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In four years, Donald Trump has weakened alliances, strengthened autocrats and redrawn the map of the Middle East. Here’s what the winner of the presidential election will have to handle next

Israelis take pictures of a sign at the future 'Trump Heights' settlement site in the Golan Heights in June of 2019. In a controversial move, President Donald Trump recognized Israel's claim on the region, which it annexed from Syria in the 1980s and is still seen internationally as Syrian territory.Amir Levy/Getty Images/Getty Images

No matter what happens on U.S. election day, no one will ever say that Donald Trump did not leave his mark on the world during his time as President of the United States.

In the Golan Heights, a gold-on-brown sign, reminiscent of those that adorn his family’s real estate properties around the world, welcomes visitors to a yet-to-be-built Israeli settlement called Trump Heights. In the Balkans, a much more modest blue-and-white banner has been draped over a bridge to tell visitors that they’re approaching Lake Trump, an unorthodox renaming of a body of water that straddles the border between Serbia and Kosovo. In Poland, there’s talk of calling a planned U.S. military base, which would play host to American troops redeployed from Germany, Fort Trump.

The settlement, lake and proposed military base named after Mr. Trump all commemorate decisions he made that rattled, rather than strengthened, the global order. Each monument will serve as a reminder of how difficult it will be – even if challenger Joe Biden wins the Nov. 3 election – to undo what has happened over the past four years.

Mr. Biden’s campaign statements and track record suggest he would seek to return the United States to its traditional leadership role, promoting human rights and democracy, while countering the influence of authoritarian states such as China and Russia. He has promised to return the U.S. to the organizations and treaties that Mr. Trump quit – such as the World Health Organization and the Paris Agreement to combat climate change – and says he would hold a “Summit for Democracy” during his first year in office.

But if he is elected, Mr. Biden will inherit a world made wary of U.S. power and skeptical of its long-term intentions. Key institutions such as the NATO military alliance and the Group of Seven industrialized countries have been weakened over the past four years, while the likes of Chinese President Xi Jinping, Russian President Vladimir Putin and Turkish President Recep Tayyip Erdogan have all grown more assertive.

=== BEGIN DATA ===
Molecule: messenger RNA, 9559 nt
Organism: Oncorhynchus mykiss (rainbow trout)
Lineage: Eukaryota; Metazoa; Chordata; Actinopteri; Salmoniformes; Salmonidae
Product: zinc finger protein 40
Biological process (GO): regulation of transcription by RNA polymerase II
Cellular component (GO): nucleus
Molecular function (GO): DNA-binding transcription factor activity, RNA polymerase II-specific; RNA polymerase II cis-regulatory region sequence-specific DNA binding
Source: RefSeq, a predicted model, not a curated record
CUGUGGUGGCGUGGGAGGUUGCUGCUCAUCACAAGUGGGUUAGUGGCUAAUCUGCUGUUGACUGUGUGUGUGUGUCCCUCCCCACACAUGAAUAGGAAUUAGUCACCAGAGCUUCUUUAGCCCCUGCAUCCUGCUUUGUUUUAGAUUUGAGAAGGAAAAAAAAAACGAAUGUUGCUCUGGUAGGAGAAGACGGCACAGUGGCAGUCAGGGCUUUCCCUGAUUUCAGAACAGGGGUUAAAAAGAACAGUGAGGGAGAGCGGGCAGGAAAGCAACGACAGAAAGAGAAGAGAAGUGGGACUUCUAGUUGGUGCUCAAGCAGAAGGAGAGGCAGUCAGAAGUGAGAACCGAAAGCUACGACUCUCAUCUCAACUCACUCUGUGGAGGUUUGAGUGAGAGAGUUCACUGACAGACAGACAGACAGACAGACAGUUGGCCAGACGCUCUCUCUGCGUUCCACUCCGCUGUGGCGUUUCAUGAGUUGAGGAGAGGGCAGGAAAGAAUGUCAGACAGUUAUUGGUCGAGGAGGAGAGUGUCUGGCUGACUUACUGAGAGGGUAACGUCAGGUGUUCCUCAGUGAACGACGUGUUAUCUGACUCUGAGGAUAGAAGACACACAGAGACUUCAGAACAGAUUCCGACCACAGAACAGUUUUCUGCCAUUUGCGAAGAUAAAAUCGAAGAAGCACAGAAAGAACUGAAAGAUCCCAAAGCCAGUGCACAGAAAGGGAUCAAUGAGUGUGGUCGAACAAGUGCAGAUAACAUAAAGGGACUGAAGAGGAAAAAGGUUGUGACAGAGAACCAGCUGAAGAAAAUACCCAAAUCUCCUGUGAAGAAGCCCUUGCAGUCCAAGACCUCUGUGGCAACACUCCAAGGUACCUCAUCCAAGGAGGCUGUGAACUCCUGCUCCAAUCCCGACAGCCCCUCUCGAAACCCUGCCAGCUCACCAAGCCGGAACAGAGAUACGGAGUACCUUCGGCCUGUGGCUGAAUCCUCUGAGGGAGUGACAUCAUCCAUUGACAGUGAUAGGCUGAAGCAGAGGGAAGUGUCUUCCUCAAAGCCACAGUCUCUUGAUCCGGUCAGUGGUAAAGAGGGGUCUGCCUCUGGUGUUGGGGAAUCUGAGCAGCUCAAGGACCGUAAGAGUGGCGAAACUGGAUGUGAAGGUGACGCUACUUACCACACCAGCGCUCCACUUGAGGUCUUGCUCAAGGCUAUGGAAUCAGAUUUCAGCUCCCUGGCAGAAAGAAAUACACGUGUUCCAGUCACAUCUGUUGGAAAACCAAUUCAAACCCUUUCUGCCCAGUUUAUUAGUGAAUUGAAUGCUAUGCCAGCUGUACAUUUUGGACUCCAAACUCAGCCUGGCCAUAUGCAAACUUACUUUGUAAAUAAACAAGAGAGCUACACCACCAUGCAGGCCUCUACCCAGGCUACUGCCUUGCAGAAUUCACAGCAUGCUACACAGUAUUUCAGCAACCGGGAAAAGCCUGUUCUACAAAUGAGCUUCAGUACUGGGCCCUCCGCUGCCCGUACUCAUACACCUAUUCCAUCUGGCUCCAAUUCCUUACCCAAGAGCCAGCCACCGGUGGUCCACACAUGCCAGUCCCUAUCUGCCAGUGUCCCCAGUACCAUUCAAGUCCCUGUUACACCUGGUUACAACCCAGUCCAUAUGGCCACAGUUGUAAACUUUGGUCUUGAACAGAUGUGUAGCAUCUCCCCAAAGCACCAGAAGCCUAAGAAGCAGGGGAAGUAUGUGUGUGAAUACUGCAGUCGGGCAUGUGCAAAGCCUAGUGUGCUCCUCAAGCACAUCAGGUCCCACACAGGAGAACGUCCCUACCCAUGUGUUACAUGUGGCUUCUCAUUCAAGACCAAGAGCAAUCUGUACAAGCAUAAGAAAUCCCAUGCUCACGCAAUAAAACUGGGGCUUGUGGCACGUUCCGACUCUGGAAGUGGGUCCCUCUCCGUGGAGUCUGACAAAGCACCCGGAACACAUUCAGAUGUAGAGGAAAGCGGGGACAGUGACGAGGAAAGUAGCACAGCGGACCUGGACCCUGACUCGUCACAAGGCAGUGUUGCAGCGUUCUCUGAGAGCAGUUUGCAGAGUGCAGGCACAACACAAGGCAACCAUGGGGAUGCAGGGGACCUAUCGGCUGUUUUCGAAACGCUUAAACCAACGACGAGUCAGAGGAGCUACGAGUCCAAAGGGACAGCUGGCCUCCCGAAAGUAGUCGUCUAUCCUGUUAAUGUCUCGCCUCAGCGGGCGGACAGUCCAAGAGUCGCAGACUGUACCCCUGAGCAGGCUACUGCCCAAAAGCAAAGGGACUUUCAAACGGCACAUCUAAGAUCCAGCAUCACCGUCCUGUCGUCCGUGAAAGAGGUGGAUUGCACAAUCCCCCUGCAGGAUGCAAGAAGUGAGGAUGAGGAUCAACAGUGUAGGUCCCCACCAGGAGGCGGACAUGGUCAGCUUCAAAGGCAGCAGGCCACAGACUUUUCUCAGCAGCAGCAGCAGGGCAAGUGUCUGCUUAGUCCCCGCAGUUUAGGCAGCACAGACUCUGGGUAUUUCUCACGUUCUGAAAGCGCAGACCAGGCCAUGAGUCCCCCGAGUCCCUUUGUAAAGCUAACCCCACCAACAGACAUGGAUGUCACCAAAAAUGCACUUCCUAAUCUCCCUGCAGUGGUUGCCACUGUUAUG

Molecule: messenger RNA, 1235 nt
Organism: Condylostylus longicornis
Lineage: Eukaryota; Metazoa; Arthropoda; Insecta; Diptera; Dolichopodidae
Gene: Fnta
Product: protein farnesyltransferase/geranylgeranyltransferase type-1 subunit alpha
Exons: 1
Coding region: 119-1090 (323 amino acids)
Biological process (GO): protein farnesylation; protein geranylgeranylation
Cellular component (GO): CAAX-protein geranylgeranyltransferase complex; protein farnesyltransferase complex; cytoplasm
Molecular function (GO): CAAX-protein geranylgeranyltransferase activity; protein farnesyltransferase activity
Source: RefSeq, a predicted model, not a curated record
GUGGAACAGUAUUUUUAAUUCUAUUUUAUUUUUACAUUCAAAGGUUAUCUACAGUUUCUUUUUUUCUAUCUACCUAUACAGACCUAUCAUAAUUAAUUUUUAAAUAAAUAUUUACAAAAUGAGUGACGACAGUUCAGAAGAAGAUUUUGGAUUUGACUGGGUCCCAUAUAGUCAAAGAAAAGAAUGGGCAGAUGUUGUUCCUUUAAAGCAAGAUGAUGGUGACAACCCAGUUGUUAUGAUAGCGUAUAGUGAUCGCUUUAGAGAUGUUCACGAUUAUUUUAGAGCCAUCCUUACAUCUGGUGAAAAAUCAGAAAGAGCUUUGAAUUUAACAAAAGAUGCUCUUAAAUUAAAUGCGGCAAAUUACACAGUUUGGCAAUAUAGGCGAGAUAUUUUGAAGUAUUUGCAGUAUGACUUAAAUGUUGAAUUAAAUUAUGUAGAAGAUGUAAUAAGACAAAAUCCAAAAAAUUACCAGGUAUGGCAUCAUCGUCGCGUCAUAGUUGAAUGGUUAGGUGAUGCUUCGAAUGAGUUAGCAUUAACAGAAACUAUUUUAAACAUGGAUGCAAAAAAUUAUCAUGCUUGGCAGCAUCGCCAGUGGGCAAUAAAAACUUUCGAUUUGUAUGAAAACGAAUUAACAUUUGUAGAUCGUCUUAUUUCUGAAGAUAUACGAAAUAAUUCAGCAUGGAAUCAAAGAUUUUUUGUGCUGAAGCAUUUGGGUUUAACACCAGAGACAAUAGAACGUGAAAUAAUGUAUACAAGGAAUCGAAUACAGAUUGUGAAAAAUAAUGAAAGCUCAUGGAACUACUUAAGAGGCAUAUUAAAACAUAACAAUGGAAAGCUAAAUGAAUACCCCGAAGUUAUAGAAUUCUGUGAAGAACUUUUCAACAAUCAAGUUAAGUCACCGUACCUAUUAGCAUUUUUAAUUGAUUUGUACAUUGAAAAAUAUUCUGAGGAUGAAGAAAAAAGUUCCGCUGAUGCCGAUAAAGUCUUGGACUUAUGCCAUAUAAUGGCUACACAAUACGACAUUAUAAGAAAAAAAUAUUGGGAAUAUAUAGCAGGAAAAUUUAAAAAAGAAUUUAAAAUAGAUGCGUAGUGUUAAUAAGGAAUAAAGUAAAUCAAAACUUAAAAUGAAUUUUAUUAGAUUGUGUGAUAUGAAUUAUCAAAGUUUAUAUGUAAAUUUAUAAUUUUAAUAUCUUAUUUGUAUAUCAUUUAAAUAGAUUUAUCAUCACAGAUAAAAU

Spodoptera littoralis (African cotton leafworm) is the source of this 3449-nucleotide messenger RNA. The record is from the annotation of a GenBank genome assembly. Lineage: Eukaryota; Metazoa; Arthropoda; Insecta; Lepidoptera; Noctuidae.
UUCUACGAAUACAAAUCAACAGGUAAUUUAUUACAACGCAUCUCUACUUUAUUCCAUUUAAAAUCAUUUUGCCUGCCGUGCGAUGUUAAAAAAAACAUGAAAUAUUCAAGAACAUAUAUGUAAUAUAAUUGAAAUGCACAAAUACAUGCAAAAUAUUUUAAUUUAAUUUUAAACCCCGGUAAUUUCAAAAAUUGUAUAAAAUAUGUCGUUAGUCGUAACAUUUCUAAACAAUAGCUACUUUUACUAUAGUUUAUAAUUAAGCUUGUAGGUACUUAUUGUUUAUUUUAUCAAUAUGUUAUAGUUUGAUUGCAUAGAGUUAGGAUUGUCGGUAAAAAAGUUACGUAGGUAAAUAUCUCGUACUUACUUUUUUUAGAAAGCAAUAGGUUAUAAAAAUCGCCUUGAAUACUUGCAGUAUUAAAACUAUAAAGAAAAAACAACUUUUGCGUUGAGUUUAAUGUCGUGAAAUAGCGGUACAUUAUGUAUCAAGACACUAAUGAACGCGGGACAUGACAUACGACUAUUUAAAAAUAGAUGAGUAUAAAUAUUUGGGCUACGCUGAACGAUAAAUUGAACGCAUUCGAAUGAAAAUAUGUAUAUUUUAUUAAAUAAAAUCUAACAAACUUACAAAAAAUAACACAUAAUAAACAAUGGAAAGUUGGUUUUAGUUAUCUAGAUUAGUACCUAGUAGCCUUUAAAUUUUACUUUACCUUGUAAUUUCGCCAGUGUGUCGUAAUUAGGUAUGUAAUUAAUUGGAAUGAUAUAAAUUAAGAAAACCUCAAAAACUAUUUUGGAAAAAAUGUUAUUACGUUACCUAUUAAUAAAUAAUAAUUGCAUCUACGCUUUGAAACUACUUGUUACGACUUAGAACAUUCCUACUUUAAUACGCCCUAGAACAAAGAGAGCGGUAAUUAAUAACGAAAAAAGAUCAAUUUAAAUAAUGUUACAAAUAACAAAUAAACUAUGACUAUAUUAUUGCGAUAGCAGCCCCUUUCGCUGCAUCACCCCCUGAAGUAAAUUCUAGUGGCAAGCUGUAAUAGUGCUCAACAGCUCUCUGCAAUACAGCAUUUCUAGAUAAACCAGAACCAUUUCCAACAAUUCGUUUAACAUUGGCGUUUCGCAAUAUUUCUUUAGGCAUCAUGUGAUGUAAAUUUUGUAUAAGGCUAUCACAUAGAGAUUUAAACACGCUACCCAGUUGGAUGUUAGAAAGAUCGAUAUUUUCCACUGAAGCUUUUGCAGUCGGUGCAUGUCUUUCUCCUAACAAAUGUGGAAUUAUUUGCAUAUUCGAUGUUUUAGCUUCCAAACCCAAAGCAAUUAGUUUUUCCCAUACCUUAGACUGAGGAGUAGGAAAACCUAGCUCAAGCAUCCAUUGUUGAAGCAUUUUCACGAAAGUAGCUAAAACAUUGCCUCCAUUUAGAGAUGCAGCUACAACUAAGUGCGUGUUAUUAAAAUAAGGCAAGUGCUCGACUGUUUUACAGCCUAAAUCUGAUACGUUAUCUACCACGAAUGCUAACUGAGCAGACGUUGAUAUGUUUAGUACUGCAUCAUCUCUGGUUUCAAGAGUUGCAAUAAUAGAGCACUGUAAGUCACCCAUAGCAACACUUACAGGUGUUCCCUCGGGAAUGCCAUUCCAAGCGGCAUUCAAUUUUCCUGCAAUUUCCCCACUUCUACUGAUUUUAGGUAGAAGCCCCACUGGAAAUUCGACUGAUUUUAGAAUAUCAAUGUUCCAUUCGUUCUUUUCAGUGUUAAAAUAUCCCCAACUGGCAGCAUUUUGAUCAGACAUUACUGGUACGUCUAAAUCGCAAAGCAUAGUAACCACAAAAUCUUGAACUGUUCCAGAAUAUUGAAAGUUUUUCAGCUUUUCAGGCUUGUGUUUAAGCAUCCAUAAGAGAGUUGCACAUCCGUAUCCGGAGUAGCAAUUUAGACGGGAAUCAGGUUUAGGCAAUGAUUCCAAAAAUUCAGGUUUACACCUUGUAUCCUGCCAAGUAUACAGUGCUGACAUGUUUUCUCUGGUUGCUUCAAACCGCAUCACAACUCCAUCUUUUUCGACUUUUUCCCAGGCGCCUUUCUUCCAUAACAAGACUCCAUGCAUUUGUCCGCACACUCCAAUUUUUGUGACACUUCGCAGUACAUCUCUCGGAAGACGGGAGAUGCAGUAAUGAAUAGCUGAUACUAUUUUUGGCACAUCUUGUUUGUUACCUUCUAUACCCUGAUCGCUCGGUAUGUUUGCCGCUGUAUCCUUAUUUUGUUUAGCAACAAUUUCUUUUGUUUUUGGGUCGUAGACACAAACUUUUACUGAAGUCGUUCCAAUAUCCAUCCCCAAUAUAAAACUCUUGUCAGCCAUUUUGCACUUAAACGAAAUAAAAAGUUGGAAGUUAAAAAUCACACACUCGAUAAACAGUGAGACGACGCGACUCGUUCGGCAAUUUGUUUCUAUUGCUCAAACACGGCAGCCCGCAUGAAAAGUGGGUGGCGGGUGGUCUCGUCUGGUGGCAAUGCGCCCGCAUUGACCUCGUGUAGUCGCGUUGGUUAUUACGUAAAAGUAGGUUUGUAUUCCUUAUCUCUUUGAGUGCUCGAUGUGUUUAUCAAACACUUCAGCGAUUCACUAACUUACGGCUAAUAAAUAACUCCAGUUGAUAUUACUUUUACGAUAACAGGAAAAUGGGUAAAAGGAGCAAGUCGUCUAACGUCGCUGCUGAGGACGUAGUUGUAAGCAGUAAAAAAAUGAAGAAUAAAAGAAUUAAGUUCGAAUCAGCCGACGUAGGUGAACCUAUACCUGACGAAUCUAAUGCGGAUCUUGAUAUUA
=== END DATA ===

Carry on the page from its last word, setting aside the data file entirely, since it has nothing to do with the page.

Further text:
Joe Biden shakes hands with Chinese President Xi Jinping in 2012 when he was U.S. vice-president.

Mr. Biden was vice-president when Barack Obama first came to office in 2008, promising to change America’s role in the world after the disastrous invasion of Iraq five years earlier. One of the supposed fixes was to “pivot” America’s focus away from the Middle East and toward Asia and a rising China. If Mr. Biden makes it to the top job, he will need to contemplate an even more daunting realignment.

“Given the damage that Trump has done, Biden can’t just say ‘I’m pivoting to the East.’ He needs to be more active in Europe, in the Caucasus, in the Middle East, in Asia. That will be Biden’s challenge,” said Yossi Alpher, an Israeli political analyst and former Mossad agent.

Mr. Trump’s presidency has unquestionably made an impact on regions, such as the Middle East, that he has an interest in. His administration’s biggest foreign-policy accomplishment may be this year’s agreements to normalize ties between Israel and the Gulf kingdoms of the United Arab Emirates and Bahrain. But peace agreements they are not. The UAE and Bahrain were never formally at war with Israel, and the deals do nothing to address the status of the Palestinians who have lived under Israeli military occupation since 1967.

This White House has often been more noticeable for its absence than its engagement on key international files such as the popular uprising in Belarus and the renewed fighting between Armenia and Azerbaijan over the disputed region of Nagorno-Karabakh. The latter conflict – which risks escalating into a regional war that could draw in Turkey, which has supported Azerbaijan, and Russia, which is treaty-bound to defend Armenia – would seem particularly ripe for Mr. Trump to play a role in solving, given his warm relationships with both Mr. Putin and Mr. Erdogan.

But Mr. Trump has yet to make a statement on either Belarus or Nagorno-Karabakh. “Never before has the U.S. been so much absent,” said Olesya Vartanyan, a Caucasus analyst at the International Crisis Group, a Brussels-based think tank. "Trump’s administration never saw an interest in taking part in any efforts related to [the Nagorno-Karabakh] conflict.”

The two sides in the Nagorno-Karabakh dispute mourn their dead: At top, a funeral is held on Oct. 12 in Shamkir, Azerbaijan, for a couple killed in an attack on the town of Ganja, while at bottom, people attend an Oct. 9 service in Yerevan for an Armenian soldier.Umit Bektas/Reuters; KAREN MINASYAN/AFP via Getty Images/AFP/Getty Images

Recognizing Israel’s 1981 annexation of the Golan Heights, land most of the world considers part of Syria, was just one of many steps Mr. Trump took that undermined international law – and those moves empowered other disruptive actors. Two months after the sign went up at “Trump Heights” in June, 2019, India decided there was no reason why it shouldn’t also unilaterally resolve an international dispute on its own terms, ending the autonomous status of the parts of disputed Kashmir under its control.

This year, Mr. Xi decided the timing was right to impose Chinese law on Hong Kong, abrogating a 1997 treaty that China had signed with Britain over the fate of the former British colony. With each new development, those calling for Russia to give back the Crimean Peninsula – which it seized and annexed from Ukraine in 2014, on Barack Obama’s watch – saw their arguments weakened.